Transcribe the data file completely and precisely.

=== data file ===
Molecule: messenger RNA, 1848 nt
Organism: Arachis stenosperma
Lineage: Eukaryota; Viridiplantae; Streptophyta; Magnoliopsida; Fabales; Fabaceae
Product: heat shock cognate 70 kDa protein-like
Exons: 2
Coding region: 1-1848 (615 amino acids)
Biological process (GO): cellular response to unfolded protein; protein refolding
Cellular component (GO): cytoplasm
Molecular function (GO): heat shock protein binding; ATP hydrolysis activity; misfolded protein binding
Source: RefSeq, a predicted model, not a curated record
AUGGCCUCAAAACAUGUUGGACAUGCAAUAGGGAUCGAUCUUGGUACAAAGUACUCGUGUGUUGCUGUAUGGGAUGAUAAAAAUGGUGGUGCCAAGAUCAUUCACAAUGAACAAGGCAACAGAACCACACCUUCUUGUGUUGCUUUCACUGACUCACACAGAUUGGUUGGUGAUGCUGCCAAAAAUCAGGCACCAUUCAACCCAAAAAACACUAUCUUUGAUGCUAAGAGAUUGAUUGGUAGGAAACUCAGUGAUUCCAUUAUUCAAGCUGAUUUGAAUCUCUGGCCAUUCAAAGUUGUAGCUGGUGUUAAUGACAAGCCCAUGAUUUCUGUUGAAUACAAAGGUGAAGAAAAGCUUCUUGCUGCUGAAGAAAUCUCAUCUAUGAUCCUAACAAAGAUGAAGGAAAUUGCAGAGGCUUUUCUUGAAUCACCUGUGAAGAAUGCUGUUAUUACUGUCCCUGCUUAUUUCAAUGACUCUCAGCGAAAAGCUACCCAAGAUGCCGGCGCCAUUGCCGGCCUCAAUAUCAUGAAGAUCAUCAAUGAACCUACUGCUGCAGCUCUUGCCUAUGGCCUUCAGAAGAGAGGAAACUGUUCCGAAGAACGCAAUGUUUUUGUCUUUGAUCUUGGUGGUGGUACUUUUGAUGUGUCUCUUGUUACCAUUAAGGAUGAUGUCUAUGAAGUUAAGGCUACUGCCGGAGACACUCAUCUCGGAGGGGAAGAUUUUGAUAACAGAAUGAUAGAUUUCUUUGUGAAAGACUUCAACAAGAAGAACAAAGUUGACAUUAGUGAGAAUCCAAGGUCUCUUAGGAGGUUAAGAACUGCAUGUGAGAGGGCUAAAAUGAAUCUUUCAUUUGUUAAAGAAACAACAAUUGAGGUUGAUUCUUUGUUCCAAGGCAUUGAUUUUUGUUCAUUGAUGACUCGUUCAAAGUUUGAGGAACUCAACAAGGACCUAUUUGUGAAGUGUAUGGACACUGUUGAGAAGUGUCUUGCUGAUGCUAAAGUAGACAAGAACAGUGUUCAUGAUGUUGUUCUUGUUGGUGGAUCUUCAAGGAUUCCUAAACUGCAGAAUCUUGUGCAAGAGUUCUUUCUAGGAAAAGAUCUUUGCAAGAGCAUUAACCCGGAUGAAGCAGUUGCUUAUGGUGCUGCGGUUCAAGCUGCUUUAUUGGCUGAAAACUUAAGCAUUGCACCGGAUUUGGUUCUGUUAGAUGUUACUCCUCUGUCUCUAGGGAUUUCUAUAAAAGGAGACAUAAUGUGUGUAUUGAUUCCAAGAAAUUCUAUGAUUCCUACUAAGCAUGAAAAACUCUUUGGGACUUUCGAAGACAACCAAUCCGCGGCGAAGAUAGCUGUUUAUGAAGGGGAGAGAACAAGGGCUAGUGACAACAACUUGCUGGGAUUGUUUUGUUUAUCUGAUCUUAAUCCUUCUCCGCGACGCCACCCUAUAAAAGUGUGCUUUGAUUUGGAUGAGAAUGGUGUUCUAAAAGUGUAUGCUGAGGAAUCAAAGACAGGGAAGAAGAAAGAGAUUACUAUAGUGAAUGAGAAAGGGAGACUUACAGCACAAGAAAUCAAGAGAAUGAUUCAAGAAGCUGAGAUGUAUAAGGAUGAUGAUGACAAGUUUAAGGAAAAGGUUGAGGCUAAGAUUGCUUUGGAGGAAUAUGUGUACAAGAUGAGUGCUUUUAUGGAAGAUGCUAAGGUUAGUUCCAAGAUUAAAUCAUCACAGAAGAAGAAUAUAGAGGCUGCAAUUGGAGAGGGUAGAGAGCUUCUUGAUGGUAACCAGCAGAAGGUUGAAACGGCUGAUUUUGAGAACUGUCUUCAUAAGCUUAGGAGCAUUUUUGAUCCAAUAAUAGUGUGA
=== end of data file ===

Molecule: messenger RNA, 1848 nt
Organism: Arachis stenosperma
Lineage: Eukaryota; Viridiplantae; Streptophyta; Magnoliopsida; Fabales; Fabaceae
Product: heat shock cognate 70 kDa protein-like
Exons: 2
Coding region: 1-1848 (615 amino acids)
Biological process (GO): cellular response to unfolded protein; protein refolding
Cellular component (GO): cytoplasm
Molecular function (GO): heat shock protein binding; ATP hydrolysis activity; misfolded protein binding
Source: RefSeq, a predicted model, not a curated record
AUGGCCUCAAAACAUGUUGGACAUGCAAUAGGGAUCGAUCUUGGUACAAAGUACUCGUGUGUUGCUGUAUGGGAUGAUAAAAAUGGUGGUGCCAAGAUCAUUCACAAUGAACAAGGCAACAGAACCACACCUUCUUGUGUUGCUUUCACUGACUCACACAGAUUGGUUGGUGAUGCUGCCAAAAAUCAGGCACCAUUCAACCCAAAAAACACUAUCUUUGAUGCUAAGAGAUUGAUUGGUAGGAAACUCAGUGAUUCCAUUAUUCAAGCUGAUUUGAAUCUCUGGCCAUUCAAAGUUGUAGCUGGUGUUAAUGACAAGCCCAUGAUUUCUGUUGAAUACAAAGGUGAAGAAAAGCUUCUUGCUGCUGAAGAAAUCUCAUCUAUGAUCCUAACAAAGAUGAAGGAAAUUGCAGAGGCUUUUCUUGAAUCACCUGUGAAGAAUGCUGUUAUUACUGUCCCUGCUUAUUUCAAUGACUCUCAGCGAAAAGCUACCCAAGAUGCCGGCGCCAUUGCCGGCCUCAAUAUCAUGAAGAUCAUCAAUGAACCUACUGCUGCAGCUCUUGCCUAUGGCCUUCAGAAGAGAGGAAACUGUUCCGAAGAACGCAAUGUUUUUGUCUUUGAUCUUGGUGGUGGUACUUUUGAUGUGUCUCUUGUUACCAUUAAGGAUGAUGUCUAUGAAGUUAAGGCUACUGCCGGAGACACUCAUCUCGGAGGGGAAGAUUUUGAUAACAGAAUGAUAGAUUUCUUUGUGAAAGACUUCAACAAGAAGAACAAAGUUGACAUUAGUGAGAAUCCAAGGUCUCUUAGGAGGUUAAGAACUGCAUGUGAGAGGGCUAAAAUGAAUCUUUCAUUUGUUAAAGAAACAACAAUUGAGGUUGAUUCUUUGUUCCAAGGCAUUGAUUUUUGUUCAUUGAUGACUCGUUCAAAGUUUGAGGAACUCAACAAGGACCUAUUUGUGAAGUGUAUGGACACUGUUGAGAAGUGUCUUGCUGAUGCUAAAGUAGACAAGAACAGUGUUCAUGAUGUUGUUCUUGUUGGUGGAUCUUCAAGGAUUCCUAAACUGCAGAAUCUUGUGCAAGAGUUCUUUCUAGGAAAAGAUCUUUGCAAGAGCAUUAACCCGGAUGAAGCAGUUGCUUAUGGUGCUGCGGUUCAAGCUGCUUUAUUGGCUGAAAACUUAAGCAUUGCACCGGAUUUGGUUCUGUUAGAUGUUACUCCUCUGUCUCUAGGGAUUUCUAUAAAAGGAGACAUAAUGUGUGUAUUGAUUCCAAGAAAUUCUAUGAUUCCUACUAAGCAUGAAAAACUCUUUGGGACUUUCGAAGACAACCAAUCCGCGGCGAAGAUAGCUGUUUAUGAAGGGGAGAGAACAAGGGCUAGUGACAACAACUUGCUGGGAUUGUUUUGUUUAUCUGAUCUUAAUCCUUCUCCGCGACGCCACCCUAUAAAAGUGUGCUUUGAUUUGGAUGAGAAUGGUGUUCUAAAAGUGUAUGCUGAGGAAUCAAAGACAGGGAAGAAGAAAGAGAUUACUAUAGUGAAUGAGAAAGGGAGACUUACAGCACAAGAAAUCAAGAGAAUGAUUCAAGAAGCUGAGAUGUAUAAGGAUGAUGAUGACAAGUUUAAGGAAAAGGUUGAGGCUAAGAUUGCUUUGGAGGAAUAUGUGUACAAGAUGAGUGCUUUUAUGGAAGAUGCUAAGGUUAGUUCCAAGAUUAAAUCAUCACAGAAGAAGAAUAUAGAGGCUGCAAUUGGAGAGGGUAGAGAGCUUCUUGAUGGUAACCAGCAGAAGGUUGAAACGGCUGAUUUUGAGAACUGUCUUCAUAAGCUUAGGAGCAUUUUUGAUCCAAUAAUAGUGUGA